A long, long time ago, Julius Caesar decided to divorce his second wife Pompeia on the basis of suspicion. Caesar famously said any wife of his must be above suspicion.
Pompeia stood no chance because this is a remarkably high standard that is nearly impossible to attain. More often than not, in-house company secretaries find themselves in a similarly invidious position. The eventful winter at Letshego Holdings Limited has reminded us yet again that one of the most dangerous jobs in the corporate world is that of company secretary. It has also served to proffer another reminder: That it is difficult to serve two masters at the same time – the Board of Directors on one hand and the Managing Director on the other. Company secretaries always have to tread a very thin, perilous line and must therefore have a superabundant capacity for being imaginative on the spot, given the immense perplexities that they have to deal with. Many in-house company secretaries bear scars of ill-usage on their faces and in their emotions, for they are forever in the crosshairs.
By way of a general reminder, the Companies Act stipulates that those with qualifications in law, accounting or belonging to certain professional bodies such as the Institute of Chartered Secretaries are eligible to be appointed to the role of company secretary. While a company’s Board Charter may say the Board should be involved in the hiring of a company secretary, the reality of the situation is that the individual reports directly to the Managing Director with whom he or she spends the working time, unlike with the Board that comes in only during meetings and whose communication with the office between meetings is at best intermittent.
The company secretary is often in an operationally weak position because the Board does not understand the environment in which he or she operates. Boards seem to be of the mistaken view that the company secretary works for them directly or fully. Nothing could be further from the truth. The fact that the fall of an in-house company secretary is often, but unfairly, tied to that of the CEO should disabuse Boards of the view that company secretaries serve them exclusively.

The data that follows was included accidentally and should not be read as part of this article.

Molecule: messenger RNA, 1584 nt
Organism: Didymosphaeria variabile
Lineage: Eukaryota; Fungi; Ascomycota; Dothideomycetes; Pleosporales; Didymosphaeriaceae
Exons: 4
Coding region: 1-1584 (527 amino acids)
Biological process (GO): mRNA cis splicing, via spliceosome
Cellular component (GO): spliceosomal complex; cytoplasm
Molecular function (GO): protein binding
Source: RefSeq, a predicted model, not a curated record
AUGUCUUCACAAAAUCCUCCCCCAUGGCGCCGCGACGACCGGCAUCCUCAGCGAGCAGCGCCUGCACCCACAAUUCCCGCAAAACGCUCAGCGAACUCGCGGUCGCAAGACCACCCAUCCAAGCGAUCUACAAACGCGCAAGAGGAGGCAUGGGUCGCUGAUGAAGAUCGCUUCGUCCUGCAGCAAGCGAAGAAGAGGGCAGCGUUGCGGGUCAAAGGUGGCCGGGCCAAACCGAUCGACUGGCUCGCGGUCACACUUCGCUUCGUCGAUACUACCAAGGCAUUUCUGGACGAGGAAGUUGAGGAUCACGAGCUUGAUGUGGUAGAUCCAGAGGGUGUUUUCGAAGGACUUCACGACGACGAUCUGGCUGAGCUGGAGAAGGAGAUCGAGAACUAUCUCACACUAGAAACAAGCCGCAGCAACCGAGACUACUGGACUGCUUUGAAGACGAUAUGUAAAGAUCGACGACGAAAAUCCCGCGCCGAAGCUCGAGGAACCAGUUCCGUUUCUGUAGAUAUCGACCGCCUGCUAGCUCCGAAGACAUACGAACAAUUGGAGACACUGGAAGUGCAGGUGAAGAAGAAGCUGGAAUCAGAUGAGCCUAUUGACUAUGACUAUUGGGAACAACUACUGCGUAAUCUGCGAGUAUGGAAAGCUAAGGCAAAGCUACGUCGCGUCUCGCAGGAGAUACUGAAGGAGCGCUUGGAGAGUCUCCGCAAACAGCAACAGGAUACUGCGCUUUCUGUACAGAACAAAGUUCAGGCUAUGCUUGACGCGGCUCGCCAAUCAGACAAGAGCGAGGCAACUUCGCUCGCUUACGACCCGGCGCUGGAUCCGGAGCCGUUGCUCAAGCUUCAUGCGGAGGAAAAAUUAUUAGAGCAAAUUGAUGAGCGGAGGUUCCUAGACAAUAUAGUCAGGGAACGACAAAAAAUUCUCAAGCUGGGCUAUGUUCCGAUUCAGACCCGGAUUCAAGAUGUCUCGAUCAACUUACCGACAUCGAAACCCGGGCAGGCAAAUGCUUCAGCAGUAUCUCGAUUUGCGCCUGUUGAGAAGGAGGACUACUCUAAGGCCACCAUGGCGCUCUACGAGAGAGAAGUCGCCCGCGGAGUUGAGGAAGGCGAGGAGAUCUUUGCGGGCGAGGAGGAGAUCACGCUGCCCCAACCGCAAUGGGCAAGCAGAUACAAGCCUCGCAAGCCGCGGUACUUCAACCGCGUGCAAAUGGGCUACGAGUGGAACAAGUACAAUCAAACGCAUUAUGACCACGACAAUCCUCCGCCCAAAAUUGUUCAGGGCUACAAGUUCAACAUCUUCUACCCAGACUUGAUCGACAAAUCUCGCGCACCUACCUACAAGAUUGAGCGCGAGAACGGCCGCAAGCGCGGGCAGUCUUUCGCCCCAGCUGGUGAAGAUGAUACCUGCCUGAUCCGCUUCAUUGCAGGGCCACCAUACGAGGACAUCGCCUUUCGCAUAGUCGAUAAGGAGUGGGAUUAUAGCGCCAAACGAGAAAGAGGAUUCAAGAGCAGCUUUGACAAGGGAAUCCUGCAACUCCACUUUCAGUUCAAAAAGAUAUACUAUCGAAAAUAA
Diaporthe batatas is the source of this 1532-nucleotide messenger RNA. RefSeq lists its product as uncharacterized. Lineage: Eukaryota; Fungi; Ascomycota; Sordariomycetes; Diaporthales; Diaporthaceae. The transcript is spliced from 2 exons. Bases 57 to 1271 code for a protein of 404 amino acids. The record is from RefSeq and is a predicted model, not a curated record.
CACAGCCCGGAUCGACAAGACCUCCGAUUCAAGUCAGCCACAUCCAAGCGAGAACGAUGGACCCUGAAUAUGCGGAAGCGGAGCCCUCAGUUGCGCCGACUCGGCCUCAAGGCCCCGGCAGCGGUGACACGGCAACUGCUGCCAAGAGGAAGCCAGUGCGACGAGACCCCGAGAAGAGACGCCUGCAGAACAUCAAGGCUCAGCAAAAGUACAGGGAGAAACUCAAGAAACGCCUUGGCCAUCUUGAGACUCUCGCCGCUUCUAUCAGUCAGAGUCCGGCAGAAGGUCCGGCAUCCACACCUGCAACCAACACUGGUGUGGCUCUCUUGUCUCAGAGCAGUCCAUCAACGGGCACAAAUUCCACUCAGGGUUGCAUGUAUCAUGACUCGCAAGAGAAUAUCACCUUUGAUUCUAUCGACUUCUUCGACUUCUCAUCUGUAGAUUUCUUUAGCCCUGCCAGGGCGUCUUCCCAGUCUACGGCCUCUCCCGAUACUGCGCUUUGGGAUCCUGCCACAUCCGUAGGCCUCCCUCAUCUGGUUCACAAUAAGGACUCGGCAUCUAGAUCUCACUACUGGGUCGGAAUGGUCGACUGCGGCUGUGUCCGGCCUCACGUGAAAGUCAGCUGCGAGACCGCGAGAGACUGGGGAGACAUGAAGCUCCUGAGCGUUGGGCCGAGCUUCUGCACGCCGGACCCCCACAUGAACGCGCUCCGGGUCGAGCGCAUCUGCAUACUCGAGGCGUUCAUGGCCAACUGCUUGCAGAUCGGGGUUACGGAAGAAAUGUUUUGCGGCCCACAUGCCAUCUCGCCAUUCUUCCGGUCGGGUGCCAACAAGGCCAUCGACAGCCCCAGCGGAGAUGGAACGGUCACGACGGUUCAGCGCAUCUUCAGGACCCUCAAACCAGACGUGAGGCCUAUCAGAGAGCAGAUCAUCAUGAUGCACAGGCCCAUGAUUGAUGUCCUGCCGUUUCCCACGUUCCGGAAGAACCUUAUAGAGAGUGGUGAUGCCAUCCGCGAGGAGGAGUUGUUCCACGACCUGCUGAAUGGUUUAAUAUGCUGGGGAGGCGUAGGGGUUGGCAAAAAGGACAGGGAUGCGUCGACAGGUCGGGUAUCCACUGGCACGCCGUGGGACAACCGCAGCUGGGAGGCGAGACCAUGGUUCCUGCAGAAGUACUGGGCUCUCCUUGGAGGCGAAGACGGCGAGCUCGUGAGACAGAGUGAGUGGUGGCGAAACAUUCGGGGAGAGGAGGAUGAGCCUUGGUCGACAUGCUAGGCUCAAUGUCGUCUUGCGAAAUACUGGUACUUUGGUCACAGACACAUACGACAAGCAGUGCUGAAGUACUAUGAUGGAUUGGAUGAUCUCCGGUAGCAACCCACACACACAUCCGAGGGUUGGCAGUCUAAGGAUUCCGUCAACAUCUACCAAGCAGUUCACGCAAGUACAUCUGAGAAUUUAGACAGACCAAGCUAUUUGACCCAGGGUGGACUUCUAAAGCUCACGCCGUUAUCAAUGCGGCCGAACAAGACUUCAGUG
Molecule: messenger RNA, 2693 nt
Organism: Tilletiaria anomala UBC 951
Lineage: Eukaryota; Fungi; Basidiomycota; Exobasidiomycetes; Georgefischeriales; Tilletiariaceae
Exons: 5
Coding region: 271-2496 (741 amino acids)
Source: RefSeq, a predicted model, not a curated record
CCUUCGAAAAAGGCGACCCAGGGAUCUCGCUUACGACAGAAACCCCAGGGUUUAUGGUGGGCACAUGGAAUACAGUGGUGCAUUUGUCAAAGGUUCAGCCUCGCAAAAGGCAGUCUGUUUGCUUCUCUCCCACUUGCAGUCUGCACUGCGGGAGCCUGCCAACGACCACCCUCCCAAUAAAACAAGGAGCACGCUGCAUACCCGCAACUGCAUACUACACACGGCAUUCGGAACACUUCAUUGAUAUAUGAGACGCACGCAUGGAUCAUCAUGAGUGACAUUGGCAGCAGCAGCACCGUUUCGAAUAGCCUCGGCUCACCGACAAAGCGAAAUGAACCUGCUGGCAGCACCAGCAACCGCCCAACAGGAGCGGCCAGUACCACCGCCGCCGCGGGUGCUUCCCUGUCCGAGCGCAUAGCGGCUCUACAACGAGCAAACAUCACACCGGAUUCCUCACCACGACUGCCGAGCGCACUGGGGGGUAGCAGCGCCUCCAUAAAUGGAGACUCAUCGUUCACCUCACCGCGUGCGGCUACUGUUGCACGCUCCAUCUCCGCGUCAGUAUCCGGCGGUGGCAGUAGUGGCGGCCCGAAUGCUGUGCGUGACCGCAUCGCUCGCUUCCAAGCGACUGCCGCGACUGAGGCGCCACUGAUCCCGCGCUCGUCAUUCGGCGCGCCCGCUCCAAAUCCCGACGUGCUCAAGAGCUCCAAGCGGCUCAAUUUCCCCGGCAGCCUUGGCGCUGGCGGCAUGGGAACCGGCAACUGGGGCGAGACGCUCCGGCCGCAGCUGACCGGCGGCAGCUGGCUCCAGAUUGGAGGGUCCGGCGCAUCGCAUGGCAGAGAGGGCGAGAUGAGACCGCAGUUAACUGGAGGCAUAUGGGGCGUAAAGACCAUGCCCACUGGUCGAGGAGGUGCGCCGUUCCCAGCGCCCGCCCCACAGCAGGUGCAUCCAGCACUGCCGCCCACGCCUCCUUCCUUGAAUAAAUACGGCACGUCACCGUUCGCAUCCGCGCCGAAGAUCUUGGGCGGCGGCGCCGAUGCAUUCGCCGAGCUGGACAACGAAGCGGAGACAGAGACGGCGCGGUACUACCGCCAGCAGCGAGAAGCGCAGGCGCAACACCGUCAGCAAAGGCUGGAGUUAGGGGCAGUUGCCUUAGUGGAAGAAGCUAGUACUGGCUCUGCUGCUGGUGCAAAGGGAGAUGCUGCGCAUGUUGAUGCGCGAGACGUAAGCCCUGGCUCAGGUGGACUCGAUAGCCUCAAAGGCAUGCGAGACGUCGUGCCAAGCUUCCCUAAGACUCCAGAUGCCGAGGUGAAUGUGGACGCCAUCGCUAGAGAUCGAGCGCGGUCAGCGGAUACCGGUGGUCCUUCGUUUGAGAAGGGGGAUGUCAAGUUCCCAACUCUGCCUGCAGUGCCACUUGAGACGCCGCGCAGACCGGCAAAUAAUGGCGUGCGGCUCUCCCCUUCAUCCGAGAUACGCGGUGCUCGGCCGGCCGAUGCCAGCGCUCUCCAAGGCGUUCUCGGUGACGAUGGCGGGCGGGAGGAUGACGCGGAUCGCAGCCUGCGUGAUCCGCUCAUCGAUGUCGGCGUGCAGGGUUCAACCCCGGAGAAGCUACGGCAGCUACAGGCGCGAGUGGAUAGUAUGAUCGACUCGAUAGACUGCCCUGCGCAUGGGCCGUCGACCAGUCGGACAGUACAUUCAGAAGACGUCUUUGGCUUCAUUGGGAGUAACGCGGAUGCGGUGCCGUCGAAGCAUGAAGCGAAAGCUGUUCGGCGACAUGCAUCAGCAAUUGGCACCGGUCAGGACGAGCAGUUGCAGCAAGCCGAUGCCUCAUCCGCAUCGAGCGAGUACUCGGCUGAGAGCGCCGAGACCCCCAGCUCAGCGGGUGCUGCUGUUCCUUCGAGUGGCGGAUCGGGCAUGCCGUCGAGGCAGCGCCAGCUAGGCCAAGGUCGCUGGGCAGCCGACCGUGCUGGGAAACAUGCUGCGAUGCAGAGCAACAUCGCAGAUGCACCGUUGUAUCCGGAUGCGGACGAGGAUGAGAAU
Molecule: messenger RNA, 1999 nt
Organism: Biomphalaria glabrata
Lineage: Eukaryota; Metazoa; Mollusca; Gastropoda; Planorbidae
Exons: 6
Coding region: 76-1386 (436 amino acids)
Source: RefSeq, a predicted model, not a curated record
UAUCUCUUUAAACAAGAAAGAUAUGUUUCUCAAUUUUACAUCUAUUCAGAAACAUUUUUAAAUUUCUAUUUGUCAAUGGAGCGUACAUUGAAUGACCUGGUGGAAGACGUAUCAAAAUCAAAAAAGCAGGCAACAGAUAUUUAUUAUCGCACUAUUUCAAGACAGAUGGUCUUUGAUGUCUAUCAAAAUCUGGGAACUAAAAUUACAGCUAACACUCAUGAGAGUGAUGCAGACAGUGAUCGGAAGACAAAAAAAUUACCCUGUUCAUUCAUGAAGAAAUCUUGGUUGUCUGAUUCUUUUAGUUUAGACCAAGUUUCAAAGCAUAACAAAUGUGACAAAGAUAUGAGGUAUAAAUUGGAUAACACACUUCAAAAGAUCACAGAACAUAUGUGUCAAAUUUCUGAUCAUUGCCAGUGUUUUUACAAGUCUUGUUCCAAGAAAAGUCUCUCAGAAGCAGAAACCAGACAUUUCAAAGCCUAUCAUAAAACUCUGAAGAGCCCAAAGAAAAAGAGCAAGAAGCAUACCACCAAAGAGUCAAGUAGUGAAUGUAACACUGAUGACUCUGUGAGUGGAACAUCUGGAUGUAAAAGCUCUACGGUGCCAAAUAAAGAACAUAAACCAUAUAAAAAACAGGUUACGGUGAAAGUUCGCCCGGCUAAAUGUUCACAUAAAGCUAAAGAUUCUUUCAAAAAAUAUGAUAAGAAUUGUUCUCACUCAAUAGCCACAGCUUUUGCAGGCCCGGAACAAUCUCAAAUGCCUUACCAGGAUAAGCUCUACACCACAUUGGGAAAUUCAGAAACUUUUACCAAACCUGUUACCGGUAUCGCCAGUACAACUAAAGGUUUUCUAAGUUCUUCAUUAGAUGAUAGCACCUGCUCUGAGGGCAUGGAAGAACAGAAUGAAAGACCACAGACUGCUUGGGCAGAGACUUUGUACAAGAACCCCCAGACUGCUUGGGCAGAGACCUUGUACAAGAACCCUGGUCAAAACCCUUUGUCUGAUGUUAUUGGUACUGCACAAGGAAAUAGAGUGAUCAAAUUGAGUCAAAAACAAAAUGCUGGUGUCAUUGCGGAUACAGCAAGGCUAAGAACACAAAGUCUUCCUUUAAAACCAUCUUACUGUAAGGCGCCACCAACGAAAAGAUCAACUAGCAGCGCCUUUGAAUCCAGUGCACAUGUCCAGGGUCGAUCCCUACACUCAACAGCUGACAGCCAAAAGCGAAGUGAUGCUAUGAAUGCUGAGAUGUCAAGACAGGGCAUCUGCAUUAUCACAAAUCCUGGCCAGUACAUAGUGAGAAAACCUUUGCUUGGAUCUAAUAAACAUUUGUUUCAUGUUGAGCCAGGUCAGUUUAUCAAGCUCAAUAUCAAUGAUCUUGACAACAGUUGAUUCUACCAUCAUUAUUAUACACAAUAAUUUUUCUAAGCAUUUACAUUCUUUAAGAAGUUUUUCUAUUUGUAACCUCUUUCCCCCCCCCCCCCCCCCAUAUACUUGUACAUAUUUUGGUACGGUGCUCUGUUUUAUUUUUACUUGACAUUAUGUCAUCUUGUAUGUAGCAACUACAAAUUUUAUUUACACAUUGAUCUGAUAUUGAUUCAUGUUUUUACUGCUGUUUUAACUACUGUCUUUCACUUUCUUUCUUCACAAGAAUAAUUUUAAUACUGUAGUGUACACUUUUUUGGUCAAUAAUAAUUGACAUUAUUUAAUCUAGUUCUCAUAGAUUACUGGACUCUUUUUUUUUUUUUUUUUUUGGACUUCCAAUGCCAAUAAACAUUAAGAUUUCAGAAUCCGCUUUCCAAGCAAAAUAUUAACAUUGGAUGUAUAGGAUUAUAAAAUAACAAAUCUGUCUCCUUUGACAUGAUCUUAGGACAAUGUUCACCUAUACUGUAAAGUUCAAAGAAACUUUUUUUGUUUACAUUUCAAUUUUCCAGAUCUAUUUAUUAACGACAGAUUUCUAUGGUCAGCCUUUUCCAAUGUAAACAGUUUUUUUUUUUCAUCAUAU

When the Board wants something done, it would naturally communicate with the company secretary, but it should not necessarily expect him or her to act on it immediately, or even ever, even though in the Board’s mind action should be prompt. A conscientious company secretary will first check with the boss in the office if it is something that should be done. If the boss is of the view that it should not, then the Board will be given the run around until it gives up. So when engaging with the Board, the voice of the company secretary is often that of Jacob while the hand is Esau’s. When the Board eventually raises its displeasure about its instructions not being acted upon, the MD might even lay the blame for the lethargy at the door of the company secretary who will have to absorb the punches for the team without wincing.